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FleshFactor: Polly and deontology...

A E C  F O R U M - "F L E S H F A C T O R"

>And while this festival was in preparation, what should happen but a
>sheep named Dolly in Scotland takes a biological quantum leap [February
>1997], leaving the adventures of freely-selectable identities and
>constructed personalities of the Internet communities in its shadow, by
>portending "body sampling" and biogenetic avatars in the place of mere
>networked VR-avatars. 

--Gerfried Stocker, from his Opening Statement to FleshFactor

Dolly's engineers have produced a lamb that has a human gene in every cell
of its body.  Its name is Polly... 

The scientists in Scotland who produced Dolly, the sheep that was cloned
from an adult, announced on July 24th, 1997, that they had taken a major
step in the genetic engineering of animals.  Using a method much like that
used to produce Dolly, they created a lamb that has a human gene in
every cell of its body. 

Cloning experts say the work is a milestone.  Animals with human genes
could be used, in theory, to produce hormones or other biological products
to treat human diseases.  They could also be given human genetic diseases
and then be used to test new treatments.  And genetically altered animals
might also produce organs that could be transplanted into humans with less
chance of rejection than now exists. 

But the only method available to genetically engineer animals has been
tedious and unreliable.  And scientists could only add genes, not take
them away, restricting the method's uses. 

The new work has not yet been published in a scientific journal and there
is not independent confirmation of the accomplishment, but scientists in
the industry reacted positively to the claims. 

"It's very exciting," said Dr. Stephen Squinto, a vice-president of
research at Alexion Pharmaceuticals in New Haven, Connecticut. "If what
I'm hearing is true, it's another leap." 

James Geraghty, president and chief executive officer of Genzyme
Transgenics, a company in Framingham, Massachusetts, that is developing
genetically engineered animals to serve as living drug factories, said he,
too, was impressd.  It is, he said, "an impressive and very significant

To genetically engineer sheep, the research team, led by Dr. Keith
Campbell of PPL Therapeutics and Dr. Ian Wilmut of the Roslin Institute of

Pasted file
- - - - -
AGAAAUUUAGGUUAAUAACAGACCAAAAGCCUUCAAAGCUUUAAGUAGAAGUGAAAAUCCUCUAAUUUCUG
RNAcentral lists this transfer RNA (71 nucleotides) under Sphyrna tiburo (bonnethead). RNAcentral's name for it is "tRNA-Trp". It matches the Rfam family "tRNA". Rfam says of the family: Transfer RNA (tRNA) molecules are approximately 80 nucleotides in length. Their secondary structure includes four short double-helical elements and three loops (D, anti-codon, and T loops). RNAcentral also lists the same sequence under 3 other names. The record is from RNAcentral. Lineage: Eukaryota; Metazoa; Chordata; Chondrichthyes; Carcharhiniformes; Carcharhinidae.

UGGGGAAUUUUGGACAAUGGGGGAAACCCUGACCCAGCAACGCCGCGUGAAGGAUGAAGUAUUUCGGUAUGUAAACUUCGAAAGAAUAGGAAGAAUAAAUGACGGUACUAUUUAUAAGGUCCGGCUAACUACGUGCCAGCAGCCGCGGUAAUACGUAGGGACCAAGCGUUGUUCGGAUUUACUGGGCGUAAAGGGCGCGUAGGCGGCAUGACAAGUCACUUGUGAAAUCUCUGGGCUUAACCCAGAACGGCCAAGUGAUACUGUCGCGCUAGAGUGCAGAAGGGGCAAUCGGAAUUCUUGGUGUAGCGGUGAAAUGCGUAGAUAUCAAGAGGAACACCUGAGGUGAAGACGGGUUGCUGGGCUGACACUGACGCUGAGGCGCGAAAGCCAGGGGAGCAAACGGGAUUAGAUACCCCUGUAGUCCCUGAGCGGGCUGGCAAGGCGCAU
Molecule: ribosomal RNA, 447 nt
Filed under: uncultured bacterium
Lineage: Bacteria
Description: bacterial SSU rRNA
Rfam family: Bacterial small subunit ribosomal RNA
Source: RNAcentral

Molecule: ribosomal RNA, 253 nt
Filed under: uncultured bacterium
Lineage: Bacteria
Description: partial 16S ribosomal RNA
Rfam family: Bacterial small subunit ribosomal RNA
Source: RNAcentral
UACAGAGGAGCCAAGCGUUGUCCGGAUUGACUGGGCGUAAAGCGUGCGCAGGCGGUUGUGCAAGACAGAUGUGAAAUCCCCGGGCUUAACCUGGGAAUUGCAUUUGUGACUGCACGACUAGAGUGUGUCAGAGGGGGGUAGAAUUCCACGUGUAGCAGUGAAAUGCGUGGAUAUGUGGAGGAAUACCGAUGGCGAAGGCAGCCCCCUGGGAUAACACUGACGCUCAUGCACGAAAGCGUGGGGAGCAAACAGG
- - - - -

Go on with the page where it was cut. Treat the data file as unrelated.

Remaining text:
Roslin, Scotland, essentially made whole animals out of skin cells taken
from fetal sheep.  Once they had the fetal cells, they grew them in the
laboratory and added new genes, at least one of which was human. 

The next step was to replace the genetic material of a sheep's egg with
that of one of the fetal skin cells.  When a fetal cell's genes
successfully took up residence in the nucleus of an egg cell and directed
the development of a baby lamb whose every cell contained the skin cell's
genes, the cloning was completed.  And the resulting lamb had the new
genes that had been added in the lab. 

The first genetically engineered lamb, which the researchers named Polly,
because she is a Poll Dorset sheep, was born about a month ago [mid-July
1997].  She was cloned from a fetal cell that had a human gene and an
innocuous second gene added as a marker.  Two other lambs were born a
couple of days later and are expected to have the human gene and the
marker gene.  Two others have only the marker gene, Dr. Campbell said. 

PPL, which sponsored the work, declined to say which human gene was added
to the sheep until it publishes the work in a scientific journal.  "We are
trying not to compromise publication in prestige journals," said Dr. Alan
Colman, the scientific director of PPL.  He said that the company
announced the birth of the lambs in order to assuage its stockholders, who
were peeved by the way the story of Dolly suddenly appeared in the press
in February. 

Dr. Randall Prather of the University of Missouri, who visited the Roslin
Institute in the spring and learned of the research then, said it "will
revolutionize transgenics in domestic animals," by allowing investigators,
for the first time, to add and remove genes from animals at will. 

Dr. Lee Silver, a mouse molecular geneticist at Princeton University, said
the speed and the implications of the work were stunning. 

"After Dolly, everyone would have predicted this, but they were saying it
would happen in five or 10 years," Dr. Silver said. 

[source: New York Times Service]


Biotechnology companies are operating well ahead of ethical concerns. 
Cloning is essential to all biotechnology futures. Cloning/transgenics
will be a 30 billion dollar (US$) global industry in the first decade of
the 21st century.

Tom Sherman, moderator, FleshFactor net-symposium


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